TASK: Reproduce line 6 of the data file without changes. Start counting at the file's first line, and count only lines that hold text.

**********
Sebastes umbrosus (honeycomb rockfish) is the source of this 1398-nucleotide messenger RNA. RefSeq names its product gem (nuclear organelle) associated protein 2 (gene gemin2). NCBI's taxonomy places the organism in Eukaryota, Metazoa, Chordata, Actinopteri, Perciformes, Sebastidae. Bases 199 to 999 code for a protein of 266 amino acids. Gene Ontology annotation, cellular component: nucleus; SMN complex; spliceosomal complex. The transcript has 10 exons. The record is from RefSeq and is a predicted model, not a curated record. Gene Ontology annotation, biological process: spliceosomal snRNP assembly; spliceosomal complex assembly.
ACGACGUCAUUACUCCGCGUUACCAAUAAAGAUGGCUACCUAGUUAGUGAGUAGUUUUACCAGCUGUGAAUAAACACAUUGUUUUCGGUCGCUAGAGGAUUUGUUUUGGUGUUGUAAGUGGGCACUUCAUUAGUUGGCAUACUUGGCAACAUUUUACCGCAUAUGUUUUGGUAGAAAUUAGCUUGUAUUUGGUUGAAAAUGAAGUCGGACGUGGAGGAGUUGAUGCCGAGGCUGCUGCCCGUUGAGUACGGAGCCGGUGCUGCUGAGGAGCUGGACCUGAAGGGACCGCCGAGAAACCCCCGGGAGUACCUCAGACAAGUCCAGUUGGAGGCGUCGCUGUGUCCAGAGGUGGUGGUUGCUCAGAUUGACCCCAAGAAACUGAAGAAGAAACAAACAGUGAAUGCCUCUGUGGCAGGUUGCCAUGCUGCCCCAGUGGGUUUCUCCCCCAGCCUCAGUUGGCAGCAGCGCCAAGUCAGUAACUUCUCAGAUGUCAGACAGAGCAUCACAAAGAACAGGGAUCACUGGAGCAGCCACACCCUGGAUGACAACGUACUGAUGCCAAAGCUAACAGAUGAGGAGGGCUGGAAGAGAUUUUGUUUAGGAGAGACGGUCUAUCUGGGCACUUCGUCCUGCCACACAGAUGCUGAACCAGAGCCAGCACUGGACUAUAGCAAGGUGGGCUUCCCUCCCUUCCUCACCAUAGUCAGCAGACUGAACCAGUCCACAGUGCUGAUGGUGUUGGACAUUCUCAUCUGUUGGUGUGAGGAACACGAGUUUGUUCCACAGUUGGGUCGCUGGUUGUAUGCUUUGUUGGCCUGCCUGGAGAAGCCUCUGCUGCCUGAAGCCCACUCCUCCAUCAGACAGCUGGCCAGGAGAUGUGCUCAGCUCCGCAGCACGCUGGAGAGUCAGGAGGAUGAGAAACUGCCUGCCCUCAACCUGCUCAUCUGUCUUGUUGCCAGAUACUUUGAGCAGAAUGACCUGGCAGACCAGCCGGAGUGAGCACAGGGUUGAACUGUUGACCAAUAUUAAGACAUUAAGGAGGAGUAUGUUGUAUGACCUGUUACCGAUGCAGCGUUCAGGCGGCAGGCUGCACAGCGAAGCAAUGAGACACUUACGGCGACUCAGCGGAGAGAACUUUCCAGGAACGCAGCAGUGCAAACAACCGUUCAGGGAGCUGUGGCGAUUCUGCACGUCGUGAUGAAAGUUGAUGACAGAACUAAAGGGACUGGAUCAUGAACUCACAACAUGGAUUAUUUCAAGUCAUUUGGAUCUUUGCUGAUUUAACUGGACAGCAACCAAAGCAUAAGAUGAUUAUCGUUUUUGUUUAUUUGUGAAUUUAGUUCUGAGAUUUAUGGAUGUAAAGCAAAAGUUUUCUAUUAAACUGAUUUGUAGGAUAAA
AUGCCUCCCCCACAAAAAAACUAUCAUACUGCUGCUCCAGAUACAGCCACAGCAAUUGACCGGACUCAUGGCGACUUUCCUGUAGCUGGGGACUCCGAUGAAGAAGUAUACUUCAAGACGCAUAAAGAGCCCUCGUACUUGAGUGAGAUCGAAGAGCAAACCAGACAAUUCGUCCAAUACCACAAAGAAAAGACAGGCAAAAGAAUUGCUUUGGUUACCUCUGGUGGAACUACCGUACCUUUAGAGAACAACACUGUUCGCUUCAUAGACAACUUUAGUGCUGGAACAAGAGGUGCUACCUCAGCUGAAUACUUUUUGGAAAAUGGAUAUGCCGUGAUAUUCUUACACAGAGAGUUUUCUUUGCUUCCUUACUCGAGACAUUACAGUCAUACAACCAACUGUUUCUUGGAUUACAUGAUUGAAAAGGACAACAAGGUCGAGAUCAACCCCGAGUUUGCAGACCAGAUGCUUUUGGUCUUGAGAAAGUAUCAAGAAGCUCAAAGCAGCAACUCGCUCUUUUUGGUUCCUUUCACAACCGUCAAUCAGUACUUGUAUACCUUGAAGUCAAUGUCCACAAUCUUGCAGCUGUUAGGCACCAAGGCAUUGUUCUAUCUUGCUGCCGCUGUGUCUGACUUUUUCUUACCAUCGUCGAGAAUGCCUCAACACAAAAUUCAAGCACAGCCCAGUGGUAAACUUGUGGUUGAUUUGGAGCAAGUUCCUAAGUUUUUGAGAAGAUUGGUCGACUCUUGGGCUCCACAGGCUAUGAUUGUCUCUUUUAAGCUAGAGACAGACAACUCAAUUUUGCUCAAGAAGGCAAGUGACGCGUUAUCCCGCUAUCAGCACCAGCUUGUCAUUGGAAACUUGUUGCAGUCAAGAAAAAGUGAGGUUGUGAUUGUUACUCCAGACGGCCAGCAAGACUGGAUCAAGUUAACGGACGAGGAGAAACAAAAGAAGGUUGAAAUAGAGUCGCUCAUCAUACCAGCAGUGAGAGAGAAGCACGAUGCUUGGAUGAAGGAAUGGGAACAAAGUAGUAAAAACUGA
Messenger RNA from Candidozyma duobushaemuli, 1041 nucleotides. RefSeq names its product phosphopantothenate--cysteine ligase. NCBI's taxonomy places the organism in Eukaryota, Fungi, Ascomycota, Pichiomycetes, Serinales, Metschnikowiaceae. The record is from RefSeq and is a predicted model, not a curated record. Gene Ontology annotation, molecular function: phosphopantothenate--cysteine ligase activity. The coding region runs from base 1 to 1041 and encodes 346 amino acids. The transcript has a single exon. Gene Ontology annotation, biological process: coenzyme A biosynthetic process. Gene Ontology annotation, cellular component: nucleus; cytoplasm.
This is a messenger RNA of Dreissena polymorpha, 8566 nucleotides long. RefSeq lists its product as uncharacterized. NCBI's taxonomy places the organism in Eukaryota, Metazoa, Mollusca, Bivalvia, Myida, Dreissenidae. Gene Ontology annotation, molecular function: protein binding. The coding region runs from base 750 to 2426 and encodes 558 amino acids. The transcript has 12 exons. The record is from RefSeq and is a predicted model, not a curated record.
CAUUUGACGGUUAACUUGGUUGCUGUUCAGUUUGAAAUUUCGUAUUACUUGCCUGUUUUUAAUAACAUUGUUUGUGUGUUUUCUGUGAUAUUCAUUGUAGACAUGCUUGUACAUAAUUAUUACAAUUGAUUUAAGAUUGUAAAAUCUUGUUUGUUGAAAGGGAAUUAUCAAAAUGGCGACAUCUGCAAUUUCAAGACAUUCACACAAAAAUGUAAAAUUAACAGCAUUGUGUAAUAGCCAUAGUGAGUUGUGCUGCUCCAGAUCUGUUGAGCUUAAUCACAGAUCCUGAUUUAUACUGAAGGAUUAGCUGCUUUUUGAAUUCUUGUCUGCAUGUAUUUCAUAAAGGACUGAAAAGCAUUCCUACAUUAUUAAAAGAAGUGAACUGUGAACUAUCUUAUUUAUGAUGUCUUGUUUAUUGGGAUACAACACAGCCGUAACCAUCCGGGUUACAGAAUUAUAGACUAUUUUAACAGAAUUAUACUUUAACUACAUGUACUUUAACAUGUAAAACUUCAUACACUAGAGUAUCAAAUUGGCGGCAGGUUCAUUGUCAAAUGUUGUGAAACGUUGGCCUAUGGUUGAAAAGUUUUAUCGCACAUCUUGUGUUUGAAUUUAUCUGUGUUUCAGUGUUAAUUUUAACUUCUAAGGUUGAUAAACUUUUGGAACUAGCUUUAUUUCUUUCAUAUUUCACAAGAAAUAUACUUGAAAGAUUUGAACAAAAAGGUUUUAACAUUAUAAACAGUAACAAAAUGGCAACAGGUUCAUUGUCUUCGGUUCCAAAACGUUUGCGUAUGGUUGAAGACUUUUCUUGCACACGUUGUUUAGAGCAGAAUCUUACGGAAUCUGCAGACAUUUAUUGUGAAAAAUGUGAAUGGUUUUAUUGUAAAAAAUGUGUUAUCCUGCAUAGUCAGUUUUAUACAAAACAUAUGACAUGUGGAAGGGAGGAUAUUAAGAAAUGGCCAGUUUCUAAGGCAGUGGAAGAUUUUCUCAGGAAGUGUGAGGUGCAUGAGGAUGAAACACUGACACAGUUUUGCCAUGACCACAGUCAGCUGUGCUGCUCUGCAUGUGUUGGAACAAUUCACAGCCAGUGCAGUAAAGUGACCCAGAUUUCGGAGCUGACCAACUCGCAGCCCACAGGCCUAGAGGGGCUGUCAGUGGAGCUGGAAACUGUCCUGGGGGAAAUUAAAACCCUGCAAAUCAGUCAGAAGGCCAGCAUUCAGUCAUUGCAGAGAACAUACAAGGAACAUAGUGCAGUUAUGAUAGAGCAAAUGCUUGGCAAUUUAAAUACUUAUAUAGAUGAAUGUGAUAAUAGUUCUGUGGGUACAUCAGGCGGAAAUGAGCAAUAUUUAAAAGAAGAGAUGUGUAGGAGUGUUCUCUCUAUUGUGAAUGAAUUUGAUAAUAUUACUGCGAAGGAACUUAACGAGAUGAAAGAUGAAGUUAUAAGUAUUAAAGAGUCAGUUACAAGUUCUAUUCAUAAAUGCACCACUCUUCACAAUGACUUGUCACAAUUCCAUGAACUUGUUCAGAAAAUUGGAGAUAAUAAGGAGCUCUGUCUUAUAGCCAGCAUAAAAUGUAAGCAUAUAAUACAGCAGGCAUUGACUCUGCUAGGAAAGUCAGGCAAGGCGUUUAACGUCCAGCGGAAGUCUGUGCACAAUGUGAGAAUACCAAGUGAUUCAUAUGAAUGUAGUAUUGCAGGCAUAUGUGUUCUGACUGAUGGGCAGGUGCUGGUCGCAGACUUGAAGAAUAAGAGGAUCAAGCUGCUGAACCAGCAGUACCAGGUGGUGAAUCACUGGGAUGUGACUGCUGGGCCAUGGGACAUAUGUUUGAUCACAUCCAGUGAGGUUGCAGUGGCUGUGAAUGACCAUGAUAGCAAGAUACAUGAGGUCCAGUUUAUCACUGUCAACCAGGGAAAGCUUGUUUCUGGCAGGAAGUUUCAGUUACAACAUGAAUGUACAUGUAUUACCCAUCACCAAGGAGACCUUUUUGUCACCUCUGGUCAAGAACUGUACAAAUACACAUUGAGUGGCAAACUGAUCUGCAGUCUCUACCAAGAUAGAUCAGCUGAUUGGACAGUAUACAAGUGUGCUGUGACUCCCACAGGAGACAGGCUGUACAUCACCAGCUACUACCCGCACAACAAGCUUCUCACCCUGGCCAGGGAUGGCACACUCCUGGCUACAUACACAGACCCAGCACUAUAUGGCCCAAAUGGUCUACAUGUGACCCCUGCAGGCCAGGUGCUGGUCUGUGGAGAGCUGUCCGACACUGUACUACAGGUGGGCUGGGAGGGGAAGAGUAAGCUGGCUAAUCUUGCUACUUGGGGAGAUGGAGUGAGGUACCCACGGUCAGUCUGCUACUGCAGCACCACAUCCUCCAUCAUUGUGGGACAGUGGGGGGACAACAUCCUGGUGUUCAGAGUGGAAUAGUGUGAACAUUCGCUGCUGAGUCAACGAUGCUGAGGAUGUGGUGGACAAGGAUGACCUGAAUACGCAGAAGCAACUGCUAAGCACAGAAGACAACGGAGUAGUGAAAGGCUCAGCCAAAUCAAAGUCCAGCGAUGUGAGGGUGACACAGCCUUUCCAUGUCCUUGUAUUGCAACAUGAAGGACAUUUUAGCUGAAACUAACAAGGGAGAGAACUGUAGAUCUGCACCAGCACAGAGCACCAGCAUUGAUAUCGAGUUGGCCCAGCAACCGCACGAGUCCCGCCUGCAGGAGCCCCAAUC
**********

CAUUUGACGGUUAACUUGGUUGCUGUUCAGUUUGAAAUUUCGUAUUACUUGCCUGUUUUUAAUAACAUUGUUUGUGUGUUUUCUGUGAUAUUCAUUGUAGACAUGCUUGUACAUAAUUAUUACAAUUGAUUUAAGAUUGUAAAAUCUUGUUUGUUGAAAGGGAAUUAUCAAAAUGGCGACAUCUGCAAUUUCAAGACAUUCACACAAAAAUGUAAAAUUAACAGCAUUGUGUAAUAGCCAUAGUGAGUUGUGCUGCUCCAGAUCUGUUGAGCUUAAUCACAGAUCCUGAUUUAUACUGAAGGAUUAGCUGCUUUUUGAAUUCUUGUCUGCAUGUAUUUCAUAAAGGACUGAAAAGCAUUCCUACAUUAUUAAAAGAAGUGAACUGUGAACUAUCUUAUUUAUGAUGUCUUGUUUAUUGGGAUACAACACAGCCGUAACCAUCCGGGUUACAGAAUUAUAGACUAUUUUAACAGAAUUAUACUUUAACUACAUGUACUUUAACAUGUAAAACUUCAUACACUAGAGUAUCAAAUUGGCGGCAGGUUCAUUGUCAAAUGUUGUGAAACGUUGGCCUAUGGUUGAAAAGUUUUAUCGCACAUCUUGUGUUUGAAUUUAUCUGUGUUUCAGUGUUAAUUUUAACUUCUAAGGUUGAUAAACUUUUGGAACUAGCUUUAUUUCUUUCAUAUUUCACAAGAAAUAUACUUGAAAGAUUUGAACAAAAAGGUUUUAACAUUAUAAACAGUAACAAAAUGGCAACAGGUUCAUUGUCUUCGGUUCCAAAACGUUUGCGUAUGGUUGAAGACUUUUCUUGCACACGUUGUUUAGAGCAGAAUCUUACGGAAUCUGCAGACAUUUAUUGUGAAAAAUGUGAAUGGUUUUAUUGUAAAAAAUGUGUUAUCCUGCAUAGUCAGUUUUAUACAAAACAUAUGACAUGUGGAAGGGAGGAUAUUAAGAAAUGGCCAGUUUCUAAGGCAGUGGAAGAUUUUCUCAGGAAGUGUGAGGUGCAUGAGGAUGAAACACUGACACAGUUUUGCCAUGACCACAGUCAGCUGUGCUGCUCUGCAUGUGUUGGAACAAUUCACAGCCAGUGCAGUAAAGUGACCCAGAUUUCGGAGCUGACCAACUCGCAGCCCACAGGCCUAGAGGGGCUGUCAGUGGAGCUGGAAACUGUCCUGGGGGAAAUUAAAACCCUGCAAAUCAGUCAGAAGGCCAGCAUUCAGUCAUUGCAGAGAACAUACAAGGAACAUAGUGCAGUUAUGAUAGAGCAAAUGCUUGGCAAUUUAAAUACUUAUAUAGAUGAAUGUGAUAAUAGUUCUGUGGGUACAUCAGGCGGAAAUGAGCAAUAUUUAAAAGAAGAGAUGUGUAGGAGUGUUCUCUCUAUUGUGAAUGAAUUUGAUAAUAUUACUGCGAAGGAACUUAACGAGAUGAAAGAUGAAGUUAUAAGUAUUAAAGAGUCAGUUACAAGUUCUAUUCAUAAAUGCACCACUCUUCACAAUGACUUGUCACAAUUCCAUGAACUUGUUCAGAAAAUUGGAGAUAAUAAGGAGCUCUGUCUUAUAGCCAGCAUAAAAUGUAAGCAUAUAAUACAGCAGGCAUUGACUCUGCUAGGAAAGUCAGGCAAGGCGUUUAACGUCCAGCGGAAGUCUGUGCACAAUGUGAGAAUACCAAGUGAUUCAUAUGAAUGUAGUAUUGCAGGCAUAUGUGUUCUGACUGAUGGGCAGGUGCUGGUCGCAGACUUGAAGAAUAAGAGGAUCAAGCUGCUGAACCAGCAGUACCAGGUGGUGAAUCACUGGGAUGUGACUGCUGGGCCAUGGGACAUAUGUUUGAUCACAUCCAGUGAGGUUGCAGUGGCUGUGAAUGACCAUGAUAGCAAGAUACAUGAGGUCCAGUUUAUCACUGUCAACCAGGGAAAGCUUGUUUCUGGCAGGAAGUUUCAGUUACAACAUGAAUGUACAUGUAUUACCCAUCACCAAGGAGACCUUUUUGUCACCUCUGGUCAAGAACUGUACAAAUACACAUUGAGUGGCAAACUGAUCUGCAGUCUCUACCAAGAUAGAUCAGCUGAUUGGACAGUAUACAAGUGUGCUGUGACUCCCACAGGAGACAGGCUGUACAUCACCAGCUACUACCCGCACAACAAGCUUCUCACCCUGGCCAGGGAUGGCACACUCCUGGCUACAUACACAGACCCAGCACUAUAUGGCCCAAAUGGUCUACAUGUGACCCCUGCAGGCCAGGUGCUGGUCUGUGGAGAGCUGUCCGACACUGUACUACAGGUGGGCUGGGAGGGGAAGAGUAAGCUGGCUAAUCUUGCUACUUGGGGAGAUGGAGUGAGGUACCCACGGUCAGUCUGCUACUGCAGCACCACAUCCUCCAUCAUUGUGGGACAGUGGGGGGACAACAUCCUGGUGUUCAGAGUGGAAUAGUGUGAACAUUCGCUGCUGAGUCAACGAUGCUGAGGAUGUGGUGGACAAGGAUGACCUGAAUACGCAGAAGCAACUGCUAAGCACAGAAGACAACGGAGUAGUGAAAGGCUCAGCCAAAUCAAAGUCCAGCGAUGUGAGGGUGACACAGCCUUUCCAUGUCCUUGUAUUGCAACAUGAAGGACAUUUUAGCUGAAACUAACAAGGGAGAGAACUGUAGAUCUGCACCAGCACAGAGCACCAGCAUUGAUAUCGAGUUGGCCCAGCAACCGCACGAGUCCCGCCUGCAGGAGCCCCAAUC